Signals and standards
Signals in process control are generally represented by a pressure which varies over the range 0.2 to 1.0 bar or the almost identical imperial equivalent 3 to 15 psig. If the water flow of 0 to 1500 1 min-I is represented pneumatically, 01 min-I is shown by a pressure of 0.2 bar, 1500 1 min-I is l.O bar, while 10001 min-1 is 0.733 bar.
The lower range pressure of 0.2 bar (3 psig in the imperial range) is known as an offset zero and serves two purposes. First is to warn about damage to signal lines linking the transmitter and the con troller or indicator (the 4 rnA offset zero of electrical systems also gives this protection). In Figure 7.2a a pneumatic flow transmitter is connected to a flow indicator. A pneumatic supply (typically, 2 to 4 bar) is connected to the transmitter to allow the line pressure to be raised. The transmitter can also vent the line to reduce pressure (corresponding to reducing flow). If the line is damaged it is probably open to atmosphere giving a pressure of 0 bar, regardless of the transmitter’s actions. As the indicator is scaled for 0.2 to 1 bar, a line fault therefore causes the indicator to go offscale, negatively. Loss of the pressure supply line causes a similar fault indication.
The offset zero also increases the speed of response. In Figure 7.2b a sudden increase in flow is applied to the transmitter at time A. The flow transmitter connects the supply to the line, causing an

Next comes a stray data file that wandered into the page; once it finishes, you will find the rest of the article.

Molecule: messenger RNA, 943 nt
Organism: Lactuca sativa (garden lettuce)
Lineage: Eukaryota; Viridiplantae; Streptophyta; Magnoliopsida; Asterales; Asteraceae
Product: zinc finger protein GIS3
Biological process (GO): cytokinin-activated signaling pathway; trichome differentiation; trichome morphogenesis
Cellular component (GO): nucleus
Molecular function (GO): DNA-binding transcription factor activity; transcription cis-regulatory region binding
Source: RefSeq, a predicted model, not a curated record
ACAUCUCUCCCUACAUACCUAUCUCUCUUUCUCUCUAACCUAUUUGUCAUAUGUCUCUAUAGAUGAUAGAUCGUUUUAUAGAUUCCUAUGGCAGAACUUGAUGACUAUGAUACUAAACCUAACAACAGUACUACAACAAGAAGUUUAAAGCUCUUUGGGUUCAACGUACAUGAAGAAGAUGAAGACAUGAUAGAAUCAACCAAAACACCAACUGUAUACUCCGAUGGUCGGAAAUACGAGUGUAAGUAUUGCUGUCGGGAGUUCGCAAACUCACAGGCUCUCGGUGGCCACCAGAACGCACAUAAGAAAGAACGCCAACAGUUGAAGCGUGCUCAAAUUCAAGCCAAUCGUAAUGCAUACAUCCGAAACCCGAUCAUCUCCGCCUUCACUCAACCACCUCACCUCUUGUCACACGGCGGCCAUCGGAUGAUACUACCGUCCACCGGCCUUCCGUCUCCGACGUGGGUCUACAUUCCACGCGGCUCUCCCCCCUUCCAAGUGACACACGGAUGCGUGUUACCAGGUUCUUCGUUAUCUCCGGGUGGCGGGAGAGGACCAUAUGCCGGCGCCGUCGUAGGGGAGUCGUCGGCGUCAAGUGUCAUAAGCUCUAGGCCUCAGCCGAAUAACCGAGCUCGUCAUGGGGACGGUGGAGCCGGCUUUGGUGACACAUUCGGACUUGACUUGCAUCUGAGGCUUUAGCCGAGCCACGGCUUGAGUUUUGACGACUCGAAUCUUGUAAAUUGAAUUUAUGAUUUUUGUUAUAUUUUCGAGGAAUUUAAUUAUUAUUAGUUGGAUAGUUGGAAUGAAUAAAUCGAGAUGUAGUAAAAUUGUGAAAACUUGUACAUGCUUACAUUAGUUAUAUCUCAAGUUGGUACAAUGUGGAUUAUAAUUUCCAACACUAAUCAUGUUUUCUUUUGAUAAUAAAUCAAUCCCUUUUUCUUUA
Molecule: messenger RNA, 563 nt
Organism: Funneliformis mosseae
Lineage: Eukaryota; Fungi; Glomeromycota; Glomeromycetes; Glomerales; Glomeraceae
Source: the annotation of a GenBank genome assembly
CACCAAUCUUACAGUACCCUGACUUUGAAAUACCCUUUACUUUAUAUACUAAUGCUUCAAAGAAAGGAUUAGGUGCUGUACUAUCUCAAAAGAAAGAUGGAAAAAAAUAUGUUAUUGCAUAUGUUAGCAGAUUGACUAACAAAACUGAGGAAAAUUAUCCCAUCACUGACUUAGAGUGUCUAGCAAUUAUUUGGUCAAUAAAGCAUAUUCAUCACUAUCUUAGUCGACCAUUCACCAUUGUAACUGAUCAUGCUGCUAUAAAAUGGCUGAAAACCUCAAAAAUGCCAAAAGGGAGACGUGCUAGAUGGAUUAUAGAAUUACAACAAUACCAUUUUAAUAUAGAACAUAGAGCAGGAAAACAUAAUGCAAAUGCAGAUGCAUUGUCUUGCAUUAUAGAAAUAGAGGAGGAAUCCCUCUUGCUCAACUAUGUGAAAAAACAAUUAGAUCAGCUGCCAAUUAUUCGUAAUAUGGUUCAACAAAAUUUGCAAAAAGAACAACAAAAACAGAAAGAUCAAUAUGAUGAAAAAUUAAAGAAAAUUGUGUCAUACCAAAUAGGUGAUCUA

exponential increase in pressure (with a time constant determined by the line volume). The pressure rises towards the supply pressure, but at time B the correct pressure of 0.8 bar is reached, and the transmitter disconnects the supply.
The pressure stays at 0.8 bar until time C, when the flow rapidly falls to zero. The transmitter vents the line and the pressure falls exponentially towards 0 bar (with time constant again determined by line volume). At time D, a pressure of 0.2 bar is reached (corresponding to zero flow) and the transmitter stops venting the line. For increasing indication, the offset zero has little effect, but for decreasing indication, the transmitter would need to completely vent the line without an offset zero to give zero indication. With a first order lag response, this will theoretically take an infinite time, but even with some practical acceptance of error, time CD will be significantly extended.
Speed of response is, in any case, the Achilles heel of pneumatic signals. With an infinitely small time constant (given by zero volume lines), the best possible response can only be the speed of sound (330m s-1). If signal lines are over a hundred metres or so in length, this transit delay is significant. To this is added the first order lag caused by the finite volume of the line, and the finite rate at which air flows into or out of the line under transmitter control. For a fast response, line volume must be small (difficult to achieve with long lines) and the transmitter able to deliver, or vent large flow rates. In practice, time constants of several seconds are quite common.